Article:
Search

Virus Politely Declines to Spread After Hearing Everyone in Group is Close Friends


A potentially dangerous misunderstanding was narrowly avoided last night in Gladden A3 when a macromolecule of SARS-COV-19 nearly spread from one student to another, before being informed at the last minute that the two students were close friends.

“I’m not, like, an asshole.” said the Virus, “When I saw that those kids were friends, I was like, ‘this would be kinda mean, I’ll just kill 100,000 more old people.’”


James Johnson, one of the students, recognized how the situation could've been perceived as dire. “No, obviously I wouldn’t have hung out with someone who wasn’t my close friend. But I was with Matt, and we’ve known each since, like, forever, so I wasn’t too worried about it.”


“When I tell you my jaw dropped,” the Virus told our reporter, demonstrating by dropping his jaw. “I don’t spread between people who know each other well. And I don’t really make mistakes—people tell me I’m pretty socially perceptive. I’m actually a Sagittarius.”


Students were initially alarmed by the Virus’s presence in the room, but it struck a diplomatic tone and de-escalated the situation quickly. “Hey guys, hey—nobody be alarmed. Yeah, can you just turn the music down for a second? Yeah, I just wanted to apologize—I had no idea you all were already friends. Didn’t mean to kill the vibes. You have a good night.” The Virus then walked out the door to go find some people standing in line to receive food donations.


“I mean, I think everybody basically knows how this all works at this point,” it continued. “I’ve been very clear about this: you can only catch me from people out on the streets who look unfamiliar and sorta old. As a general rule of thumb, the only people you need to worry about are people you don’t know who look really really poor. Nobody wearing Canada Goose can be infected. It just doesn’t happen.”


All the students involved in this 19-person gathering claim that they take the pandemic very seriously. “I wear a mask in every single situation where it doesn’t present any small inconvenience to me,” said Katherine Billingsley ‘22, who showed up from yet another pod, but was also friends with everyone else last year (don’t worry). “And, furthermore, I post lots of memes about anti-maskers on Instagram.”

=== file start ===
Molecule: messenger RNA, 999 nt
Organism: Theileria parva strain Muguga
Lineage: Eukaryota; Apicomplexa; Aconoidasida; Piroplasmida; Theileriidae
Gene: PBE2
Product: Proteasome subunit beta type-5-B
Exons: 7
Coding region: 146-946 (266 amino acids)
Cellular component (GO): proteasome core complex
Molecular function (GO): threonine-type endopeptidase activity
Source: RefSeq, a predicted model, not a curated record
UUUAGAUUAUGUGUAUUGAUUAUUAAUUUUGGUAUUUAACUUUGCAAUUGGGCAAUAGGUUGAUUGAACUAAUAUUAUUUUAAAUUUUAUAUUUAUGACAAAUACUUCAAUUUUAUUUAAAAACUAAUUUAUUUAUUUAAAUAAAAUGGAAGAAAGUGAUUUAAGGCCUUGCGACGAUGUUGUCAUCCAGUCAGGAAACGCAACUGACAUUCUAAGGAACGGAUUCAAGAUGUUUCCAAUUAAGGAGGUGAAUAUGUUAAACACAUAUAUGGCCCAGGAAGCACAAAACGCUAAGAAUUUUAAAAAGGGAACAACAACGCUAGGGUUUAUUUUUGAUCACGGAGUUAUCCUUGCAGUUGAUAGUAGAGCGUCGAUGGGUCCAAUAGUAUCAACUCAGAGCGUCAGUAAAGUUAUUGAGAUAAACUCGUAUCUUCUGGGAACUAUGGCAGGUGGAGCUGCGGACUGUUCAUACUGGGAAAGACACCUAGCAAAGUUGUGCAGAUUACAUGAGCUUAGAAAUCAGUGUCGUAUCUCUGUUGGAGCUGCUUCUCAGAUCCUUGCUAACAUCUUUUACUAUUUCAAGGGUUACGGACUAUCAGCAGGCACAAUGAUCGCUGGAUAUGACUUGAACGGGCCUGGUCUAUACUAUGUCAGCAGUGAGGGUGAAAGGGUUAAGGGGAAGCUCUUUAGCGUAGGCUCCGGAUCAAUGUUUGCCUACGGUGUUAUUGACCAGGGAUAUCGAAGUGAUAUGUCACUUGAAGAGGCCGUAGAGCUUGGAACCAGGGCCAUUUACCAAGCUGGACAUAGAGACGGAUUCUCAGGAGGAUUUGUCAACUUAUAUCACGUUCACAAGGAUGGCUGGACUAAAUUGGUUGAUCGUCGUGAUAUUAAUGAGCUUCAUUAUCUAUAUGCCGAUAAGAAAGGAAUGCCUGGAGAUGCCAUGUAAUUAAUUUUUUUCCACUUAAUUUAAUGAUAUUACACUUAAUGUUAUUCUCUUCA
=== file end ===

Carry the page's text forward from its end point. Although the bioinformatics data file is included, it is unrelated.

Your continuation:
The students involved were all tested last week (except for the ones who skipped because they forgot) and were negative, making them practically immune. “It’s not like I’ve even been anywhere except my pod, this pod, the dining hall, the other dining hall and also Tunnel three times this week. It’s basically like I’ve been in quarantine,” said Billingsley.


The Virus was feeling admittedly embarrassed after realizing all the students had been tested. “I forgot that a negative test a week ago means you’re invincible forever and can never die,” it said. “This is a scientific fact that only these kids know and no one else. My b.”


The students in question were called into the Dean’s Office the night after the incident. “I was very, very concerned,” said Dean Sandstrom, “I was honestly seething with anger—we’ve really been so clear about the rules.”


But after hearing their story, she immediately realized that she was the one being ridiculous. “I just had no idea that everyone in the room knew each other like really well,” she said. “They’re all super tight. Honestly seems like a pretty fun group. I just want to see them win.”


President Mandel took the time to personally apologize to the students the following morning. This apology occurred in person, because the Virus agreed to stay away as it always does if you want to have a gathering badly enough. “You guys are all so smart and responsible,” Mandel told all 19 students. “Your parents should be proud of how thoughtful and caring their children are. I think it was pretty obvious in the way I wrote the social distancing guidelines that the only reason you would ever want to break them in the first place also happens to be the only allowable excuse.”


The college and the Virus want students to remember that though things are bad right now, the most deadly killer is bad vibes among good friends.


“Obviously this semester we have many many new rules,” said Sandstrom. “But the student body can’t forget that in the College’s pandemic preparation policy, the number one rule is to be yourself and have fun.”


Editors-in-Chief

Lucy Walker     Noah Cohen-Greenberg     Sam Mermin